Parent - - By lawrie Date 28.07.04 16:41
Looks like we agree to dis-agree then!!
Parent - By RetdUserBeamish Date 28.07.04 18:15
Gulp !!
Parent - - By KAV Date 08.08.04 18:36
Well there you have it, people with far more experience that I at transporting C1s recommend centre stand down. 

I think I will still transport mine with stand up, apart from tightening the straps after it came off its stand, it was very secure.  Suspension shouldn't provide a problem as they are transported on bike trailers with the stand up (well at least mine was on the CBT).  You do have to rely on the grip of the tyres a little bit to prevent side ways movement which may be a bit of a risk (on a bike trailer the wheel sits nicely within a channel).

Perhaps if you are strapping down with stand down, you strap back last.  So it pulls the bike back onto the stand rather than forward (as I may have done) which could knock the bike off the stand.  But I await comments on this last recommendation with baited breath.
Parent - - By Steamerpoint Date 08.08.04 19:18
I picked my C1 up with a bike trailer.
I would have been impossible to use the stand as the channel that the tyres sit in was only 6 or 7 inches wide and either side of the channel was a view of the road! Certainly not wide enough to offer any lateral support.
I was able to lash each tyre down to the trailer to prevent forward and rearward movement.
Lateral stability was achieved by lashing the shoulder hoops to the outboard lashing points on each side of the trailer.

I drove back and around the M25 at a mere 45 -50 MPH  as I was worried something would come loose or snap, but everything was fine ! :-)
Parent - - By w.harding Date 12.01.05 15:10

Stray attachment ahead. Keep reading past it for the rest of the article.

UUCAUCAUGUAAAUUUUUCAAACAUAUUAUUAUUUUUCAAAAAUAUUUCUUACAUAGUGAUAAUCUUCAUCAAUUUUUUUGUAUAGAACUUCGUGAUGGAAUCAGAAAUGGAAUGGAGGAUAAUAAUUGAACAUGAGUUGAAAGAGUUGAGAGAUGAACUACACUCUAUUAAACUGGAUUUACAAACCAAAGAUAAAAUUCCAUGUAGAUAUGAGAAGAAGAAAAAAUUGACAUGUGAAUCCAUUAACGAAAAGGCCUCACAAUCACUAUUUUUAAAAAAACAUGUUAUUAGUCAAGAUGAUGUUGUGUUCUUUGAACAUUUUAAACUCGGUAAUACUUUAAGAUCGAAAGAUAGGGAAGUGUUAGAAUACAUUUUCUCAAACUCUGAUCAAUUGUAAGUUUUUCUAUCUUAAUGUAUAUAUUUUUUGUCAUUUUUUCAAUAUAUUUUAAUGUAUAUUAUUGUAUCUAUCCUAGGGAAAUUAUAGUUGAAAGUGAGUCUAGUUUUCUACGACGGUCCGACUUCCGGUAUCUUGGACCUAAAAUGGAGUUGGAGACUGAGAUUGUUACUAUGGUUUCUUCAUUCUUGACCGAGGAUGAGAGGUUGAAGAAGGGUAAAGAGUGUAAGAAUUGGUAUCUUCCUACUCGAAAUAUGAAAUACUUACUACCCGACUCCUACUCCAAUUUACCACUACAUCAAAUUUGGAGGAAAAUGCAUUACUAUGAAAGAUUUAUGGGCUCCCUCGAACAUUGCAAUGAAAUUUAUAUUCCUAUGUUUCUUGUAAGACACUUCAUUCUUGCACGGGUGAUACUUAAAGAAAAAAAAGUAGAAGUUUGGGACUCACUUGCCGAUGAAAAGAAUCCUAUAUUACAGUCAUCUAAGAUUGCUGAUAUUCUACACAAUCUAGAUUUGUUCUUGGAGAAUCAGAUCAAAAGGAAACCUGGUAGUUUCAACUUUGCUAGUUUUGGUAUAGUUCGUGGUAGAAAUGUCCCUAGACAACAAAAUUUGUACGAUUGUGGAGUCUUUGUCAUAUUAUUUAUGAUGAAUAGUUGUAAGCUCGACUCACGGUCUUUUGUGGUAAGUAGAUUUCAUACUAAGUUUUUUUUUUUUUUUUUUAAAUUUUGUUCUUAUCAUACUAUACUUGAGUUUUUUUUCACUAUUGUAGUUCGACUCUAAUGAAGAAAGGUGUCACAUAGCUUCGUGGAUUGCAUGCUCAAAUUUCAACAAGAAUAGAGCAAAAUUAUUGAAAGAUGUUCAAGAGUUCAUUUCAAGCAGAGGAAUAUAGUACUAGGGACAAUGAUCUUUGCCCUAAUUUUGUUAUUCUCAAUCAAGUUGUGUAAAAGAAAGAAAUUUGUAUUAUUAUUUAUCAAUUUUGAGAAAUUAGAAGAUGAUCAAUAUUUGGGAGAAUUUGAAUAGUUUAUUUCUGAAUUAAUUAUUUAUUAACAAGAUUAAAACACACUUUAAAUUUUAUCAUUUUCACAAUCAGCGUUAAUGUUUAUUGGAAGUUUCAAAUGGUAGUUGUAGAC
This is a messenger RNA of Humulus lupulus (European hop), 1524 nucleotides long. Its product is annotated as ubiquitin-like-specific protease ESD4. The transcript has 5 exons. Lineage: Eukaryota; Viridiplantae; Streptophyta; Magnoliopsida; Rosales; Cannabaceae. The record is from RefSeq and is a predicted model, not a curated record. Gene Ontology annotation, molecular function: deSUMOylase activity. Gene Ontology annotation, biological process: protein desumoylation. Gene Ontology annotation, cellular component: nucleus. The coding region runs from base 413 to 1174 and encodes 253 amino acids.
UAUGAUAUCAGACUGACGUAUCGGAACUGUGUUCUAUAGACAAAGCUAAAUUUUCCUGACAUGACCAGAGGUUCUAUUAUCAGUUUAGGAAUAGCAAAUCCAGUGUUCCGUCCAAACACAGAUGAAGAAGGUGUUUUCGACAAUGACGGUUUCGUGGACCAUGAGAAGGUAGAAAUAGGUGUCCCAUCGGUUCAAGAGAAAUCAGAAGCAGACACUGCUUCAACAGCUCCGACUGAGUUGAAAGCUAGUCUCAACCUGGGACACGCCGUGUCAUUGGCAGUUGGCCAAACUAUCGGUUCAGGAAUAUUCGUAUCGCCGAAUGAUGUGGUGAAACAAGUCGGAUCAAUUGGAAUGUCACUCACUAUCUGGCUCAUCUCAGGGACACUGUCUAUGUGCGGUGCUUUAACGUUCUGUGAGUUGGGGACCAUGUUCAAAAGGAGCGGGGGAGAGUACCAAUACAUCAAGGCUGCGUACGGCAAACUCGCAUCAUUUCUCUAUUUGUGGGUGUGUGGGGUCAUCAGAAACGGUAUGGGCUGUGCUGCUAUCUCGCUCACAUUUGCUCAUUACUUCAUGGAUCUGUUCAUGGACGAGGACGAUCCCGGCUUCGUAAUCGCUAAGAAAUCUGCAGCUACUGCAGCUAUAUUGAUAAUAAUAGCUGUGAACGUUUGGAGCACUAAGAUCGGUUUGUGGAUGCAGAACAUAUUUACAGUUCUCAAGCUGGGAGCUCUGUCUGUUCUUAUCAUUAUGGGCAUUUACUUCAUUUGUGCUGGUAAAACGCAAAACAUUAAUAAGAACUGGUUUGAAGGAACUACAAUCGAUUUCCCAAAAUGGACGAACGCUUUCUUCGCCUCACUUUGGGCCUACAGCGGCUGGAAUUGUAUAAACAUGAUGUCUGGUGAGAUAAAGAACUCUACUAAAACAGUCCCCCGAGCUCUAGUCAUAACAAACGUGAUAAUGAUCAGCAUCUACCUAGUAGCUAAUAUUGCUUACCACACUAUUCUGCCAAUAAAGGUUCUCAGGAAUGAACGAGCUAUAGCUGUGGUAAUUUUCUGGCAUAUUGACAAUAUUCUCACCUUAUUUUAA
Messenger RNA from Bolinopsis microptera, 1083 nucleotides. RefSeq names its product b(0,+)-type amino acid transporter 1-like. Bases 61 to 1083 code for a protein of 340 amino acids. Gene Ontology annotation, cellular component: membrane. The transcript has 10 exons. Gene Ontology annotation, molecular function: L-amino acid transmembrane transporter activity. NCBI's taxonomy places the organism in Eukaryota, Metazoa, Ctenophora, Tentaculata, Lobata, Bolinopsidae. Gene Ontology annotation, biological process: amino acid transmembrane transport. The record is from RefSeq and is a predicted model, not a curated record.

None of the replies to this simple question address the most obvious problem... breakdown recovery.  It is a C1 remember? 
The last time, the AA took my C1 on a spectacle lift (designed for the front wheels of a towed vehicle to sit in and be raised off the road), which worked quite well with the bike sideways on it.  Their webbing tie-down went over the plastic cover normally between the riders feet and this was scuffed badly.  I will request padding next time or maybe should carry it myself!
Parent - - By RetdUserBeamish Date 12.01.05 15:27

> scuffed badly


They should pay for this damage. They have a duty of care to both you and your vehicle.
Parent - - By tvrman Date 27.04.05 19:23
Thanks chaps for the above. I am seeking to buy a C1 and have the prospect of getting it up to Scotland so it is good to see that a motorcycle trailer can be used as I can hire one for £20 for the day.
If anyone has a 200 for sale with ABS I am in the market!
Parent - By john wells Date 27.04.05 19:52
I have used a motorcycle trailer - works fine, no problems.

Use two straps plus two ratchet straps or just keep it simple and use four ratchet straps.

Angle the straps, two forward, one each side and two backwards, one each side. Tighten the straps sufficiently that you can see the C1 pulled down on its suspension.
Parent - By actd Date 27.04.05 20:02
Put it in the C1 for sale and wanted section and keep an eye on ebay, but refer back to the forum if you see one that takes your fancy to get an opinion on it - or possibly even someone from the forum will go and have a look at it to make sure it's genuine.
Parent - - By Chris-SA Date 18.07.08 11:03 Edited 18.07.08 11:44
If you are in a bind, then the C1 will even fit onto the back of a Nissan 120Y. My one broke down at the office and I needed to get it to the BMW Dealership so some colleagues helped me pick it up and we put it on the back. Getting it off was easier as they had a ramp we could roll it down. The magic ingredient is the nylon straps and ratchet tensioners.
Parent - - By foulmouth Date 13.01.09 23:58 Edited 14.01.09 00:01